On May 14, we gave a lecture and an afternoon seminar with PhD candidates in Curatorial Practice at MADA | Monash University in Melbourne, focusing on the 2012–13 research project #OpenCurating, and in particular the published interviews with the web team from the Walker Art Center in Minneapolis; with Badlands Unlimited in New York; with research curator Steven ten Thije of the Van Abbemuseum in Eindhoven and with Dia Art Foundation Curator, Yasmil Raymond.


Photo: Courtesy MADA.

During our Melbourne residency we made more than thirty studio visits, and also met curators, graphic designers, writers, editors and University professors. We also paid visits to galleries (Neon Parc, Sarah Scout, Sutton Gallery, Utopian Slumps, Tolarno Gallery, Anna Schwartz Gallery...), bookstores (the jewel-box that is World Food Books), non-profits, curator-led projects and artist-run-spaces (West Space, Slopes) and of course museums such MUMA at Monash, the Ian Potter Museum, the National Gallery Victoria, or the fantastic Heide Museum, which hosted a solo show of Emily Floyd (pictured below).


 
On May 23rd we shadowed a site visit to the fascinating Living Museum of the West (photo below) in Maribyrnong, a social history museum and former industrial site which will be the focus a forthcoming project by West Space with artists Susan Jacobs and Geoff Robinson, among others. Below their analogue archive over interviews, with plenty of cassettes, binders and filing cabinets.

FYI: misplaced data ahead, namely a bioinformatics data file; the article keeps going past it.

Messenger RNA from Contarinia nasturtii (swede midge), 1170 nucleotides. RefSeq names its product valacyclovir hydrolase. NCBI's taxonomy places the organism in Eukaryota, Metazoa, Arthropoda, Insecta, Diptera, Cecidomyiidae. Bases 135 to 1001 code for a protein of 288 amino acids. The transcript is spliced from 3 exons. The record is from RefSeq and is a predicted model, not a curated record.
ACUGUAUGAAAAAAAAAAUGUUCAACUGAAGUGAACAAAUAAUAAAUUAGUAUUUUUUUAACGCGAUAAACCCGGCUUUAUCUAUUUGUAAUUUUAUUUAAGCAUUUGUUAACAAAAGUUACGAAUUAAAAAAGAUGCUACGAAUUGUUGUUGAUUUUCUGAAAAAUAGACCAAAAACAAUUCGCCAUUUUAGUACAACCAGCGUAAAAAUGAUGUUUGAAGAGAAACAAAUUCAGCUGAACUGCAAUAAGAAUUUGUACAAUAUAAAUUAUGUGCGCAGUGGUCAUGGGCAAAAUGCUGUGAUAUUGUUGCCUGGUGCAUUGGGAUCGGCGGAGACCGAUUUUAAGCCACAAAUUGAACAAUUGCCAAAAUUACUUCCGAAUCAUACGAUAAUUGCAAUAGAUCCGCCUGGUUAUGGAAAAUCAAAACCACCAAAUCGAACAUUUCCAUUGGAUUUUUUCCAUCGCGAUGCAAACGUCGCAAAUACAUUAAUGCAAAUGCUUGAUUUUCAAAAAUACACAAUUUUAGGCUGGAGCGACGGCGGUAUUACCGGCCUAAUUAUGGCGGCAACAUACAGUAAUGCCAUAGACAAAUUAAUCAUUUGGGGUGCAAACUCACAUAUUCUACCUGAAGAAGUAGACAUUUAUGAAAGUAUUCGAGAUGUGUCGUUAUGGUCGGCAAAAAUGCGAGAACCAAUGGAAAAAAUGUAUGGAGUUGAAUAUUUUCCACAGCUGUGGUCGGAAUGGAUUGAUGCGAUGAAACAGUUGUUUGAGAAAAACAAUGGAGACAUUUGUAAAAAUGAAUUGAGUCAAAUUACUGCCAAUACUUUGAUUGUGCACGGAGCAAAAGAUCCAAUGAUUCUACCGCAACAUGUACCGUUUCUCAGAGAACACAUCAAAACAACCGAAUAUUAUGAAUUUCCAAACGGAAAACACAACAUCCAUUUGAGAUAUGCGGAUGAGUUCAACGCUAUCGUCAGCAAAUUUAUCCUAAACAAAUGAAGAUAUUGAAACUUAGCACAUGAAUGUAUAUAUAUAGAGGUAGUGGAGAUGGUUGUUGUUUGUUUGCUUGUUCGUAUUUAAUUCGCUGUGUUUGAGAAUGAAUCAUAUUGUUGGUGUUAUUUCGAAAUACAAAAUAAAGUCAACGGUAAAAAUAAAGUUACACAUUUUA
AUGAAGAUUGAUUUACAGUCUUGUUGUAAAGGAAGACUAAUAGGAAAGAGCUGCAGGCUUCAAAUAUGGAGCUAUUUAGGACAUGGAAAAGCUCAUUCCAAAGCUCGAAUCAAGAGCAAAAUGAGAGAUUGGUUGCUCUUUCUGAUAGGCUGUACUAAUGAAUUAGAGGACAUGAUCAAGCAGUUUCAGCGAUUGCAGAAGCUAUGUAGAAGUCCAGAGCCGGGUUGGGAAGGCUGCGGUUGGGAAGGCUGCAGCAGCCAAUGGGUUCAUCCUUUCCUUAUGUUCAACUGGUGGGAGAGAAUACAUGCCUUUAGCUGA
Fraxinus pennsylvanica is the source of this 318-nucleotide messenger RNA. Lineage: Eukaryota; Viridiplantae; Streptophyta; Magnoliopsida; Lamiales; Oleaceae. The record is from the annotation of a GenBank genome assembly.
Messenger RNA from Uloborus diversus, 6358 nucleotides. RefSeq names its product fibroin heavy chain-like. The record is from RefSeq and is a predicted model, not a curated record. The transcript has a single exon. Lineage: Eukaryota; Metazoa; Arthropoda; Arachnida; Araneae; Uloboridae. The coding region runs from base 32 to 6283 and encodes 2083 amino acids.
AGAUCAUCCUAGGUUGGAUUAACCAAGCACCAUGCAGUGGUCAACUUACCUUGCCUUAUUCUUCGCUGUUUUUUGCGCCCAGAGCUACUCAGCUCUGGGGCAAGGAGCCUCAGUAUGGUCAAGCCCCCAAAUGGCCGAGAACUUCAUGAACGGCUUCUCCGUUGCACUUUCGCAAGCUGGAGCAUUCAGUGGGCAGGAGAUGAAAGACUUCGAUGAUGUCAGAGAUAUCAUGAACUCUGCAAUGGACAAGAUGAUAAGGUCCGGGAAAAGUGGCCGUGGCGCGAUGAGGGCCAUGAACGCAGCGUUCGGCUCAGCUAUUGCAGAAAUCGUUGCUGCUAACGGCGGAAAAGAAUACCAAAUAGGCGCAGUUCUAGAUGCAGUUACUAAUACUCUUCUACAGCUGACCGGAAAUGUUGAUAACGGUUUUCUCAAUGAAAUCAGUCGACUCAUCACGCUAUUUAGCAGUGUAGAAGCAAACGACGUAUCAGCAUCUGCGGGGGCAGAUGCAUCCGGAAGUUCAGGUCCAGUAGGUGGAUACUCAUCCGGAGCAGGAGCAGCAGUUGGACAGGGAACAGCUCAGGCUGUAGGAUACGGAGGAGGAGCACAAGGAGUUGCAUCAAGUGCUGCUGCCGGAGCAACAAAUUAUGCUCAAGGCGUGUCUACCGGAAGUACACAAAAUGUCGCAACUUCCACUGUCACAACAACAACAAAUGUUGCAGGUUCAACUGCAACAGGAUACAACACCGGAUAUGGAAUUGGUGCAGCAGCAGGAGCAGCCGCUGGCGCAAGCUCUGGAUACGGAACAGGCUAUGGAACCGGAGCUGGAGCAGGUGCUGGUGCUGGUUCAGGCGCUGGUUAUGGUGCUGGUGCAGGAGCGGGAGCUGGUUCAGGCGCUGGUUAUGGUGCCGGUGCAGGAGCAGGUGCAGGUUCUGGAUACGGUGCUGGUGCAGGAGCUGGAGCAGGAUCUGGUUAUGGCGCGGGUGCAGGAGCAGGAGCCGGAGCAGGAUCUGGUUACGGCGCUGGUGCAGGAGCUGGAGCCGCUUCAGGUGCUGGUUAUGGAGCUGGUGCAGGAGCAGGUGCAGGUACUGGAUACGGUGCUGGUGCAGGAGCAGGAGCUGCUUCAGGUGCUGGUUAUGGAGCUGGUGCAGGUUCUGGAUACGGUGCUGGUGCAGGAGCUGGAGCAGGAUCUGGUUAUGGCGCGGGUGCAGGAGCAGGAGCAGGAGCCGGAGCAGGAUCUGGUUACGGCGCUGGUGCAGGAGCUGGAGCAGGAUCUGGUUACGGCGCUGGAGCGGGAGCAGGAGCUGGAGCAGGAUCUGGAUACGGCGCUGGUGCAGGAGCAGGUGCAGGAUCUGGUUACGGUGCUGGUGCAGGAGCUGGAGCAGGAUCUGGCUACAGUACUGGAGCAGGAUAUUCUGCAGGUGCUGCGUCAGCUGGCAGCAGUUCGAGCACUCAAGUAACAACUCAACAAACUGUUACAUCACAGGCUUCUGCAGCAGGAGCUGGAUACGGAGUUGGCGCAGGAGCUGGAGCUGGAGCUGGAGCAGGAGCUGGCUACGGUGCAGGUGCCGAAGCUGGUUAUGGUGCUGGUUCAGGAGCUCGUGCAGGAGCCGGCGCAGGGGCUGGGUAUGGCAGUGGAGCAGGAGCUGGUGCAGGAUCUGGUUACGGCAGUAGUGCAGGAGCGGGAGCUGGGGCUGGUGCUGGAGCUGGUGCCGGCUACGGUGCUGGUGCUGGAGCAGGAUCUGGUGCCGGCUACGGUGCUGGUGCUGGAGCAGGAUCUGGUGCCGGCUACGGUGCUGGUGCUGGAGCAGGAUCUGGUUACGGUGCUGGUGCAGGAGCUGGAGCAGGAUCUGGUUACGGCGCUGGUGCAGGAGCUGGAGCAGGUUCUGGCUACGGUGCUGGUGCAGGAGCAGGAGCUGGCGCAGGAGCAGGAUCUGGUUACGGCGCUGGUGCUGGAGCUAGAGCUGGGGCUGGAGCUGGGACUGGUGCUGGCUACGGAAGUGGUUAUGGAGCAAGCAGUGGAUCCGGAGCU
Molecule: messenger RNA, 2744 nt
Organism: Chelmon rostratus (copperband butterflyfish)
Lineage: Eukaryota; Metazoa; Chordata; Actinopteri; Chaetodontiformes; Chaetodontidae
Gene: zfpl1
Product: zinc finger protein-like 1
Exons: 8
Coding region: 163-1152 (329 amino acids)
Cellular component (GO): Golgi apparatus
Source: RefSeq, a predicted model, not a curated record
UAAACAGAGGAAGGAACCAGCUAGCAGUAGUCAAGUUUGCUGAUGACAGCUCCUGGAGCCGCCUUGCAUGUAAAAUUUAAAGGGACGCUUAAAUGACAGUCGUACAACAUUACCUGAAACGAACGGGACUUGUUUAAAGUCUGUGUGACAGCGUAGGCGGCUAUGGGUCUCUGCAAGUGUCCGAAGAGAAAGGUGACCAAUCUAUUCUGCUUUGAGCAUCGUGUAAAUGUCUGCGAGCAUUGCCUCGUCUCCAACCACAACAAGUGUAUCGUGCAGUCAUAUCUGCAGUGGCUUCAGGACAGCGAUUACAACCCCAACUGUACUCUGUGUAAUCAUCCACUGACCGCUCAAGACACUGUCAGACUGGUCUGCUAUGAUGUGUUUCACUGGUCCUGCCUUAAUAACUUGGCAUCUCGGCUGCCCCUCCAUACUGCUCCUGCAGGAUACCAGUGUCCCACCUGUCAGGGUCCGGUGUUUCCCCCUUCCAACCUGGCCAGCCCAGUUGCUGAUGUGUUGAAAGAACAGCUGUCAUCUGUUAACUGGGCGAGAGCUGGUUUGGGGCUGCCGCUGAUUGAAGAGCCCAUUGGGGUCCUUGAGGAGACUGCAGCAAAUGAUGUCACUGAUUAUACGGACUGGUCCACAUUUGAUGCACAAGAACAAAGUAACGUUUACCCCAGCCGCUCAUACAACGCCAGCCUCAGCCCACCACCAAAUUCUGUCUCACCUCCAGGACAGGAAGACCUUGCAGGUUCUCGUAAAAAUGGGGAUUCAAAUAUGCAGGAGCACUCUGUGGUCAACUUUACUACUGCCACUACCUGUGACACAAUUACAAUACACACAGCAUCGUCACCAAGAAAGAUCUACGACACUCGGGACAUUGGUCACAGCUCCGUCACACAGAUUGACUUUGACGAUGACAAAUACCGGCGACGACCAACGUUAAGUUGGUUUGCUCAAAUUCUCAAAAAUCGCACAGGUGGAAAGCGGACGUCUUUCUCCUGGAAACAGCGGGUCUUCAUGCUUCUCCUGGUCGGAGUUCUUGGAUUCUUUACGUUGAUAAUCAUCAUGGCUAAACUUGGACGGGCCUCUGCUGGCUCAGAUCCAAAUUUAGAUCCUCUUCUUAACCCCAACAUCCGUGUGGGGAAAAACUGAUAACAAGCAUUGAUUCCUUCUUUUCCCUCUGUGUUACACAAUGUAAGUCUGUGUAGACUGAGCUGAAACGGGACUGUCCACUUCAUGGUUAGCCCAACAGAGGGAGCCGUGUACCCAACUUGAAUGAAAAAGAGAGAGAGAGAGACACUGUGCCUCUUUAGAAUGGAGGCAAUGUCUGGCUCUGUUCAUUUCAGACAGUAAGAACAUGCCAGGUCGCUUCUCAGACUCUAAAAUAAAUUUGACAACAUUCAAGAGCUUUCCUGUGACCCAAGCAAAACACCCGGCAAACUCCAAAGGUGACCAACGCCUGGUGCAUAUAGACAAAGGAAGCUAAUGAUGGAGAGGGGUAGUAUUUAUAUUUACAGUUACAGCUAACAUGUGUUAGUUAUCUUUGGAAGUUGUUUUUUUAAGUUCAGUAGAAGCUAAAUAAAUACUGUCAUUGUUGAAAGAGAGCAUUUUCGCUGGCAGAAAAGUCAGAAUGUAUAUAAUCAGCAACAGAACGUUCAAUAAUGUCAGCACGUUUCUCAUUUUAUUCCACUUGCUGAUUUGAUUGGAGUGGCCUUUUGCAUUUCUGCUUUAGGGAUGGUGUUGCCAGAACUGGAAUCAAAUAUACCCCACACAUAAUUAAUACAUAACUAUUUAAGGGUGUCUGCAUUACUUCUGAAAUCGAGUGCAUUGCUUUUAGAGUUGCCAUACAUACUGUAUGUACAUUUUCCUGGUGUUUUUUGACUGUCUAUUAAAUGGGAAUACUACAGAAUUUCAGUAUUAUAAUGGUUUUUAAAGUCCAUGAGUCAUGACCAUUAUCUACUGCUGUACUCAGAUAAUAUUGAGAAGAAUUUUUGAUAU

We had one day to explore the stunning Great Ocean Road. We saw a couple of wild koalas as well as local-specialty bird life including Rufous Bristlebird and Hooded Dotterel, plus many surfers awaiting for the perfect wave, before driving back to the city.

26–31 May 2014: Visit to Sydney and the 19th Biennale of Sydney.


 A great welcome to Sydney sunset by the Opera House.


Bianca Hester's 'fashioning discontinuities', 2013–14, at Cockotoo Island was one of the (frankly very few) highlights of the 2014 edition of the Sydney Biennale.


One of the best things we saw in Sydney was a one-room show dedicated to 'Tehching Hsieh: One year performance 1980–1981' at Carriageworks.

 Entrance to the artist-run space Alaska Projects, whose creative base camp is level 2 of Kings Cross Car Park.

1 June 2014: Short trip to Hobart in Tasmania to pay a visit to professional gambler and philanthropist David Walsh's extravaganza, the Museum of Old and New Art (MoNA). Despite the tech-geek owner and the 'O' device (iPod devices which functions as extended audio guides, digital captions and location trackers), photography is not officially allowed inside the galleries, although you can in fact find plenty of shots on social media. Here instead are some views from the museum while waiting for the Bond-villain ferry to take us back to Hobart.